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REVIEW: THE FOG OF WAR

Posted by Aaron West, 3/8/04

The Fog of War (2003)
Directed by Errol Morris
Running Time: 95 Minutes

Who better to explain, reflect and philosophize on war than one of America's most notorious "warmongers", former Secretary of Defense Robert McNamara? After all, not only has he been part of the most significant American conflicts, he's the guy that ultimately gave the orders, for better or for worse. McNamara, now 83, has dedicated most of his life to researching, understanding, and propagating various forms of war. He also happens to be a man of keen intellect, with strong convictions, and a captivating personality. He is the perfect subject for Errol Morris' new documentary, The Fog of War.

The Fog of War centers its message on "11 lessons", according to McNamara, learned from a life at war. These are not snippets of self-help wisdom, as the wording may appear to mean, but instead are lessons that nations and leaders should live by. They all derive from McNamara's personal experience. They range from the pragmatic "empathize with your enemy" to the philosophical "don't trust what you believe and see". These eleven lessons are arranged so that they (more or less) chronologically follow the events of McNamara's career; thereby this film also serves as a thorough documentary on McNamara's life.

McNamara gave twenty hours worth of interviews for the film, so the voice of the film is essentially his, but don't expect a Barbara Walters special. Errol Morris intersperses a great deal of stock footage, including some humorous bits of McNamara himself, but also some devastating war footage. He also utilizes stock audio conversations between McNamara and the two presidents he served under, Kennedy and Johnson. This allows the audience to superficially experience the heavy burden these decisions presented to the leaders.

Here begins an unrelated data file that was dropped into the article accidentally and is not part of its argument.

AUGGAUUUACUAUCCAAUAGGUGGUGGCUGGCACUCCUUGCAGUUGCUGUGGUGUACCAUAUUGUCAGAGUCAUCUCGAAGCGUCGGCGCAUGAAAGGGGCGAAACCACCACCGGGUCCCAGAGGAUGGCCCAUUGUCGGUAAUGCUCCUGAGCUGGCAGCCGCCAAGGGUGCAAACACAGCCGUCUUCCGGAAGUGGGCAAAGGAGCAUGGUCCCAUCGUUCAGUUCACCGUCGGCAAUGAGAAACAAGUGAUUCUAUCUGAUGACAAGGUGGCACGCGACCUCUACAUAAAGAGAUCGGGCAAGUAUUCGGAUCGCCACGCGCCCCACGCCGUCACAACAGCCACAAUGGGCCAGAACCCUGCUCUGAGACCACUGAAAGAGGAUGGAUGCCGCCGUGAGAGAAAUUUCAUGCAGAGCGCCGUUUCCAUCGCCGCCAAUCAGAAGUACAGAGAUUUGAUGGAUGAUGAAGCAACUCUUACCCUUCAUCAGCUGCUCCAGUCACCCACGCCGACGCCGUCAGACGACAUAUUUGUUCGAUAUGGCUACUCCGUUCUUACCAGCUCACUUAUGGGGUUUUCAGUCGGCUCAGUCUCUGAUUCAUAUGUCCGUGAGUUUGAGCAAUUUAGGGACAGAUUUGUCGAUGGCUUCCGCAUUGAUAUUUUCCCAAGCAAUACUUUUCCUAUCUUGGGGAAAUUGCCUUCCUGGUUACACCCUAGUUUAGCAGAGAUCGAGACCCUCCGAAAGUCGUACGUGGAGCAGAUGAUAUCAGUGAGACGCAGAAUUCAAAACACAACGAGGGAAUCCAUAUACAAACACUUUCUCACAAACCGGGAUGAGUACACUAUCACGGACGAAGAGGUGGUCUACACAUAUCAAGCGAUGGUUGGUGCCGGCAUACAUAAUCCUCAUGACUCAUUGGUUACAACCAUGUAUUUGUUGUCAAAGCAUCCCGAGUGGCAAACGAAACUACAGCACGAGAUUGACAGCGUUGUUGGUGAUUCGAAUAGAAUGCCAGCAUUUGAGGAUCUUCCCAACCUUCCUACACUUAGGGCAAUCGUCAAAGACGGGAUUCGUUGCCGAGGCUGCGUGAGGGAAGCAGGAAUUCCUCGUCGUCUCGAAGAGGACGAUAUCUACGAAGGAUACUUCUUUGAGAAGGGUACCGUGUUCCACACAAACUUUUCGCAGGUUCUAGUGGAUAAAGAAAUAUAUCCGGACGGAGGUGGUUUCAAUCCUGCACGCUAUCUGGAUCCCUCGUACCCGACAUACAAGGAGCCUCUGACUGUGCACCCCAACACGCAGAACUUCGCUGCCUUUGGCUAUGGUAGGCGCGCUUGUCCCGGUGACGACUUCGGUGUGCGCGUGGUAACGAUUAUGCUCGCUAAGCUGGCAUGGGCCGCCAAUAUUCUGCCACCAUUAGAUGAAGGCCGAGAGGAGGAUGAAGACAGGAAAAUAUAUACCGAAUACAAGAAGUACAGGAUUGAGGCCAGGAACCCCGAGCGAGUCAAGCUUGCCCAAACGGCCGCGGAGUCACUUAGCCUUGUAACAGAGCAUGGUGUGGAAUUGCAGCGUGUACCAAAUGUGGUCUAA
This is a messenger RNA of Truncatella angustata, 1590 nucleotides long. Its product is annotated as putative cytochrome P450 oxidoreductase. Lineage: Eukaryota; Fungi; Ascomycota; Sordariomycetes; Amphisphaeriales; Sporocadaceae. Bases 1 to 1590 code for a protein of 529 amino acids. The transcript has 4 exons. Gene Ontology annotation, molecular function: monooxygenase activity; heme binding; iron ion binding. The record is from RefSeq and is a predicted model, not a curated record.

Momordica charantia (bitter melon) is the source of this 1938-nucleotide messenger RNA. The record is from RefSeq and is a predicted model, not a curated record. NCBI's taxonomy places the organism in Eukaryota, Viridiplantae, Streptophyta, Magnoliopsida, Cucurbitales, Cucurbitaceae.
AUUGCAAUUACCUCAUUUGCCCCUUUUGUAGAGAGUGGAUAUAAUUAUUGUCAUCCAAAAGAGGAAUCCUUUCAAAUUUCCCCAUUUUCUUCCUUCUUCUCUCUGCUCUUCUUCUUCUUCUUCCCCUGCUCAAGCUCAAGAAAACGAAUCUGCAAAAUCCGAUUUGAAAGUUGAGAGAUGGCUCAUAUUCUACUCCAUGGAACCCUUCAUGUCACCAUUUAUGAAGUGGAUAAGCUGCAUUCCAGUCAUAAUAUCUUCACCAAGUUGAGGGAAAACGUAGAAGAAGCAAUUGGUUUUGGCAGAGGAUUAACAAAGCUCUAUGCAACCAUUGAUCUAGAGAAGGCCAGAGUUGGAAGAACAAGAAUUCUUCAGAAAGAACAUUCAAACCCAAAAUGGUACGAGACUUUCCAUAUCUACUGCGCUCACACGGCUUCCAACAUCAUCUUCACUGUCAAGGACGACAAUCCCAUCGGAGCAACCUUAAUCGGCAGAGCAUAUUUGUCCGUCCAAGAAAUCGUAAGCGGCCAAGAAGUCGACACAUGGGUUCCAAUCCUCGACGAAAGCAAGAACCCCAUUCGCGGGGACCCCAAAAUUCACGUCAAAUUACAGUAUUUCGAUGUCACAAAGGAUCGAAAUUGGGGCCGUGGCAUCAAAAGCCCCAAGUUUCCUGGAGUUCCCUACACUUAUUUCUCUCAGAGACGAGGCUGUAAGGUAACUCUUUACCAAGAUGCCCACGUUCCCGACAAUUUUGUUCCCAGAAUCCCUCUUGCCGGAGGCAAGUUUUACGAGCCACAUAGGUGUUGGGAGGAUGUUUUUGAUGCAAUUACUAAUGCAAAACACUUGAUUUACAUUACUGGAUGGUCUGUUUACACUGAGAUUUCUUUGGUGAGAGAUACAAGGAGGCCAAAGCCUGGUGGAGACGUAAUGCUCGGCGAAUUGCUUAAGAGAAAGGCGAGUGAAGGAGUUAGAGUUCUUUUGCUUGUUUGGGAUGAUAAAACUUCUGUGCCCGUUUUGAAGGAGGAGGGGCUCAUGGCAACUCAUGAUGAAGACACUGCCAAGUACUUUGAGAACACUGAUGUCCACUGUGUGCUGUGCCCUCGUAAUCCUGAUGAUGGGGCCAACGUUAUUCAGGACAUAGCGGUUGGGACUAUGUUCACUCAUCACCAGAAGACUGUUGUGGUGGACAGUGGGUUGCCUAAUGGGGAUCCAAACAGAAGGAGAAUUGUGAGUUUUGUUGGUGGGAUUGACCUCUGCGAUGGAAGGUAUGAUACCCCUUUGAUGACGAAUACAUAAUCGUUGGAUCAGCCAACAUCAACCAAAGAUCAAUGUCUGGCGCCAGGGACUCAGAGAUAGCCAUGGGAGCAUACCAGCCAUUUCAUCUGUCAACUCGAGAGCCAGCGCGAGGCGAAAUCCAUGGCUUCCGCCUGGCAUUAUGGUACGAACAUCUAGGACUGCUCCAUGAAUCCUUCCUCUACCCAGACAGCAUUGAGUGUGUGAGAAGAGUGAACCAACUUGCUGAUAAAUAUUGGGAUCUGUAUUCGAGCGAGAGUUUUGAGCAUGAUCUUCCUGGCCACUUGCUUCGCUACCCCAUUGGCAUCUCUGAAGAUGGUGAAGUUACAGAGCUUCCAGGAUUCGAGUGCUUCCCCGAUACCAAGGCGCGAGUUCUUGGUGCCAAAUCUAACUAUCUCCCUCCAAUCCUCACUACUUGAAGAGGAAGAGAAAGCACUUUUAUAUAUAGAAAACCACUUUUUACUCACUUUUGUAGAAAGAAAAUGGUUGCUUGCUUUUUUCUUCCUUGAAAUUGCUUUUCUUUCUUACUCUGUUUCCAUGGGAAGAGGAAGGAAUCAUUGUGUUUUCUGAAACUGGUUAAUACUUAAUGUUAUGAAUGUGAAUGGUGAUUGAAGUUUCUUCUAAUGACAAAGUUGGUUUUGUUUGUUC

The Fog of War succeeds because of both of these sharp men, McNamara and Morris. McNamara's knowledge, his calculated word choice, and even his sense of humor give this film a distinct voice. Morris proves himself (again) to be an expert documentarian, who creates images that correspond with the former Secretary's points, but he also is able to provoke an emotional reaction from the audience. This makes these lessons more compelling and meaningful.

There is one more man who contributed to this film's greatness. Phillip Glass creates a fantastic score. The score is most noticeable when it is absent, which is a sign of a great score. It blends in with McNamara's voice and Morris' imagery perfectly. It isn't overdone and doesn't draw attention to itself unnecessarily. It is simply a complement to all the other elements of an already brilliant film.

The Fog of War is a phenomenal piece of cinema. It is the type of film, much like some of Morris' prior work (The Thin Blue Line) that inspires others to reach the same level of documentary filmmaking. More importantly, it inspires discussion and thought on subject matter that affects us all. Who could ask for more than that?

Score: 9.5